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Death Bed: The Bed That Eats (1977)

Cult Epics
Blu-ray Disc Released: 6/3/2014

All Ratings out of

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Review by Mike Long, Posted on 6/3/2014

Even the most mainstream and straight-laced of filmgoers has probably wandered into a "weird" movie at some point in their livers. Perhaps something by Tim Burton or David Lynch -- something which certainly strays from the beaten path. And then there are others who actively seek out the "weird" movies, combing through lists of films to uncover bizarre gems. Well, no matter in which category you fit, forget everything that you've ever known or thought of when it comes to unusual movies, because the king of oddities has arrived -- Death Bed: The Bed That Eats. This "lost" movie has now re-surfaced on Blu-ray Disc and it must be seen to be believed.

Death Bed: The Bed That Eats tells the story of a large, elaborate bed which rests in the basement of a mansion. The bed is possessed by the spirit of a demon and it likes to "eat" people and objects by absorbing them into its acid-like interior. As a spirit trapped in a painting (voiced by Patrick Spence-Thomas) looks on, various individuals wander into the room and are killed by the bed. Through flashbacks, we learn about the beds origins and how it has killed many throughout the years. The only way to stop the bed is for the spirit in the painting to teach one of the travelers of its weaknesses.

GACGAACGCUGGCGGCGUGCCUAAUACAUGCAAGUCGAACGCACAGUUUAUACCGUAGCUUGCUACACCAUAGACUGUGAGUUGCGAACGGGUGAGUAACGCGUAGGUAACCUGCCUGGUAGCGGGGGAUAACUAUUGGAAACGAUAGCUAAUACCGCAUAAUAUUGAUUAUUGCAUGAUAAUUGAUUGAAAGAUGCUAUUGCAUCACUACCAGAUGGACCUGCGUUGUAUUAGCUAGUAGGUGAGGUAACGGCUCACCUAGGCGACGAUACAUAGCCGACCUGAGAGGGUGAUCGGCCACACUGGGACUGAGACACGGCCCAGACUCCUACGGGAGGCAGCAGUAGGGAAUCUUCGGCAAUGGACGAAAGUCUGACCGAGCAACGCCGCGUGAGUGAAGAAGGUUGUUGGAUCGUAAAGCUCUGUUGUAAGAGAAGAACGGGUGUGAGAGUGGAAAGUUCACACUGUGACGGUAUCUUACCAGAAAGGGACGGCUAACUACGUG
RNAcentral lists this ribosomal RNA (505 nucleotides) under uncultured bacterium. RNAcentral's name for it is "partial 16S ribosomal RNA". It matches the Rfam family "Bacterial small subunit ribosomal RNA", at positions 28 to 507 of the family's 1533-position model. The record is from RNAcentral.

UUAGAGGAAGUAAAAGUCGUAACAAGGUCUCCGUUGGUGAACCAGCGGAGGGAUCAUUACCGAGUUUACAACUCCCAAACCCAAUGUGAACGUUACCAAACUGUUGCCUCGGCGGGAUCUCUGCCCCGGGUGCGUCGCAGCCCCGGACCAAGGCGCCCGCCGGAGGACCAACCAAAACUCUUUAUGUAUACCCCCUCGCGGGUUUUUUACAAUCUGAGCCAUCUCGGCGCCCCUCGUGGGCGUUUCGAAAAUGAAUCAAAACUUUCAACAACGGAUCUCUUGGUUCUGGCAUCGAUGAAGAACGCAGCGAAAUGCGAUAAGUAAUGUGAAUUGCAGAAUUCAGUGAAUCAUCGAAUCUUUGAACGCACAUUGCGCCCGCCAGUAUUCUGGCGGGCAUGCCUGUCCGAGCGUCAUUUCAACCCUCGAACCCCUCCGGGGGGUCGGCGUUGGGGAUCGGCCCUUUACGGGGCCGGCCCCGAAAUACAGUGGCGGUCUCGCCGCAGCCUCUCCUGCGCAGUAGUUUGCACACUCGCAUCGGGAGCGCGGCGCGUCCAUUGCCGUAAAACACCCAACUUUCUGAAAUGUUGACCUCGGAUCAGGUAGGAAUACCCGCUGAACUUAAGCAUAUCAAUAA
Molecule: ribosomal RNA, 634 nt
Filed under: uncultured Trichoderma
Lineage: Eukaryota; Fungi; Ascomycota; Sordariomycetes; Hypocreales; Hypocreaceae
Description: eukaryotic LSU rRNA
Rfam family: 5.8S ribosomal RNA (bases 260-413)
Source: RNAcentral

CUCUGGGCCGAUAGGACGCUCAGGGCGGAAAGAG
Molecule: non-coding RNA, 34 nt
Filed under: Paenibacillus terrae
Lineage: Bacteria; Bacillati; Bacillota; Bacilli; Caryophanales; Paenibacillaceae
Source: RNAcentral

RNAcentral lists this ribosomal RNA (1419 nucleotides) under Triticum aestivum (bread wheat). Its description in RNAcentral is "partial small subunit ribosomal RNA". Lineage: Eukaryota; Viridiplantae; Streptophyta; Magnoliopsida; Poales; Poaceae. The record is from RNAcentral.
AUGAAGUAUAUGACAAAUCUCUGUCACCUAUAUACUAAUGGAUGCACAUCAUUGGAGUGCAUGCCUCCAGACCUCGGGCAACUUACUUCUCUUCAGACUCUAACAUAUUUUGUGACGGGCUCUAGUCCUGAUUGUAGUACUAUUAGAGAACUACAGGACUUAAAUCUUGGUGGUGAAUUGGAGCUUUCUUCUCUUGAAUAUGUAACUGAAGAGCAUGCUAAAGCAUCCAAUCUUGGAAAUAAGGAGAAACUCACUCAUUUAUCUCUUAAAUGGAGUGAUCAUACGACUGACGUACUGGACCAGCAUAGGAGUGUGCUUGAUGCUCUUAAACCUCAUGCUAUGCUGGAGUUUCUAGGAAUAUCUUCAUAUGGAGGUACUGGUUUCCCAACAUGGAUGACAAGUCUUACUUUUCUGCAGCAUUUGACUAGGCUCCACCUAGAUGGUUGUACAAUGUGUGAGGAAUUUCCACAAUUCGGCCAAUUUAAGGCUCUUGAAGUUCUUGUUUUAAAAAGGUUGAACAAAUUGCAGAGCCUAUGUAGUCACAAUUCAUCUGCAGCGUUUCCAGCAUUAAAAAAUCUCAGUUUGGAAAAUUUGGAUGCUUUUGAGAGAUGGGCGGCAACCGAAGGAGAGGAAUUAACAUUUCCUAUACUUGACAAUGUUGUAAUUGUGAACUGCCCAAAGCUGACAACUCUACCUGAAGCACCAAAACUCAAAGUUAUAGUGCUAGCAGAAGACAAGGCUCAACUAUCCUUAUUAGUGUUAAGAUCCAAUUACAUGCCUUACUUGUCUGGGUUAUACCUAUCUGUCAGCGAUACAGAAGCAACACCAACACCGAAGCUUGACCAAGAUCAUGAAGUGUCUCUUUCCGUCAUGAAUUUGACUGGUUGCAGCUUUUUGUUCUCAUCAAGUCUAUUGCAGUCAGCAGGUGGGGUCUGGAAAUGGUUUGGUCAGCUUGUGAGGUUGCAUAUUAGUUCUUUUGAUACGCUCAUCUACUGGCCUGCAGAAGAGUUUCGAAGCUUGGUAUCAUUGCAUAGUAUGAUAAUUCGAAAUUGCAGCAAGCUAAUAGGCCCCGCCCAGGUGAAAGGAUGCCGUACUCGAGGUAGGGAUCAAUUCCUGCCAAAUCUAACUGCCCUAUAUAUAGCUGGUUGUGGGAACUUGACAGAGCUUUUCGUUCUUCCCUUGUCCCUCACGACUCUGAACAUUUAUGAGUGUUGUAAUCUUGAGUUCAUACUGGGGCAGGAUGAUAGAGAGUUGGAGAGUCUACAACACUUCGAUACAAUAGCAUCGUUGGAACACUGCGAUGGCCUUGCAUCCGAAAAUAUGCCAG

I feel certain that the above synopsis makes Death Bed: The Bed That Eats sound like a spoof movie, but I assure you that it is not. The movie is played completely straight (save for one groan-inducing shot) and is lies somewhere between an art-house movie and a horror film. (I think) We are supposed to feel sorry for the artist trapped in the painting (which is illustrated by placing the actor behind a painting which allows light to come through) and we are supposed to feel suspense when a potential victim gets near the bed. It's clear that some work went into the design of the bed and the flashback scene to the bed's origin has some nicely staged shots. There is also an interesting variety of victims who venture into the basement.

However, it is impossible to take this film seriously. I'm not sure what Writer/Director George Barry's goals for Death Bed: The Bed That Eats were, but the movie is so incredibly odd that it's difficult to swallow (pun intended). From the outset, and by that, I mean from the first frame of the film while the screen is still black, we are treated to the sound of biting and chewing (it sounds like someone eating an apple), which is clearly meant to represent the bed's eating. However, we quickly learn that the bed dissolves its victims, so there is no biting or chewing! The dissolving is portrayed by a yellowish foam appearing on the bed and then the victim or object is shown in a vat of yellow liquid. It's clear that the bulk of the movie was shot MOS, so we are treated to a lot of voice-overs or characters talking with their backs to the camera. This means that the acting is often difficult to judge, but Barry must have been convincing, as he gets two of the women to take their shirts off. The lack of ambient sound means that we get a lot of dead space here. The special effects range from OK to ludicrous. The pacing is very slack at times and I don't know what to say about the scene where it seemingly takes 10 minutes for a victim to drag themselves across the floor. Adding insult to injury, Barry has broken the film into chapters; Breakfast, Lunch, Dinner, and Just Desserts.